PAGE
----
Rose: Probably my favorite photograph I took during a story on pediatric HIV/AIDS in Uganda. In a very impoverished area of Northern Uganda that was just recovering from the worst conflict in the 22-year-long civil war, a woman brought her baby into the clinic for HIV testing.
When the doctor pricked the baby’s finger, the poor child started bawling. Naturally, the woman pulled out her breast for him to nurse which she knew would sooth him. One of the main transmission factors of HIV is through bodily fluids and that includes breast milk. Presumably, she brought her child in for testing because she or her partner tested positive. She may not have realized breast milk might endanger her child and, even if she did, women in this village didn’t have access to formula nor could they afford it if they did. Thus, these mothers are caught in a horrible cycle of potential transmission.
This photograph has always struck me as being one of the most frustrating I ever made. It perfectly illustrated the issue I was trying to document to visually show the need for change.
Lee: To paraphrase, you once mentioned that photojournalists should not treat projects with non-profits and NGOs the same they would an editorial assignment. Could you tell us more, and some advice on to adjust one’s approach?
Rose: I should clarify this. The approach should be different but not the ethics. When working for a nonprofit you are dancing a fine line between PR and journalism. However, you should not outright lie or fake a scene to make the nonprofit look “good”. If you photograph the truth, that’s important and, of course, the goal. However, the devil is in the details… or, more likely, the editing.
If you slant your editing to only show the despair or the darkest moments because you think that has more impact, you are essentially lying. There usually is always hope to be found. I have been in some of the worst places in the world and you can always find laughter or joy or humanism if you look for it.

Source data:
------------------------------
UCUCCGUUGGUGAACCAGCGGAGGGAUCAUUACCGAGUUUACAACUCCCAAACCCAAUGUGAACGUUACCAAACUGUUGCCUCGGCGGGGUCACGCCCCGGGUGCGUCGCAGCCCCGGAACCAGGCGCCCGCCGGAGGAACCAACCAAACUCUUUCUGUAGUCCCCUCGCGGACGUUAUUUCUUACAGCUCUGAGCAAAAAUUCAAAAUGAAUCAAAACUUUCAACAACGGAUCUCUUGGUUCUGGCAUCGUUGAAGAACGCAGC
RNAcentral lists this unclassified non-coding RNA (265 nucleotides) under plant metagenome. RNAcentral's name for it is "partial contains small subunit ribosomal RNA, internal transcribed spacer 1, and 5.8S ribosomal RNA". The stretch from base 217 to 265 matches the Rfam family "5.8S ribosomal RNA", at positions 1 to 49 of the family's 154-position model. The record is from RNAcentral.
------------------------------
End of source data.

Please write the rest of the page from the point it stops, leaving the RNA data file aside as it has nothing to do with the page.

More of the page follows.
Conversely, if you only show happy, smiling people, that’s not truth either. There has to be both to make sure the element of truth is there. And nonprofit documentary needs truth, now more than ever.
As we say at Momenta, “You have to balance hope versus need.” Sometimes you need to be the one who tells your client they must show both to keep donors educated and motivated. We will deal with this concept a lot in the Get Funded workshop.
Lee: What motivated you to help start Momenta? What did you see was needed in the field that Momenta could help alleviate?
Rose: I would love to take credit for starting Momenta but I am nowhere near the mastermind. That honor lies with my co-founder John Christopher Anderson.
Early in our careers, we had the luxury of working with incredible editors and other photographers directly in the newsroom. As the global media struggled with cutbacks and diminishing budgets, the ability to network with and learn from editors and photographers was disappearing.
It was his vision to create a company that would evolve into a passionate community of storytellers, an “esprit de corps” as he put it, who would be able to learn from and support each other’s work. We wanted encourage photographers from all genres to gain valuable on real-world experience in documentary as well as learn sustainable business practices. We knew that process has to include daily editing with our teaching faculty as well as in-depth presentations aimed at teaching valuable tools for professional growth. These are fundamental features of Momenta.
Armed with Chris’ passion and vision, we have created a community of photographers from all walks of life who are encouraged to learn, explore, and deploy narrative documentary as a force of change.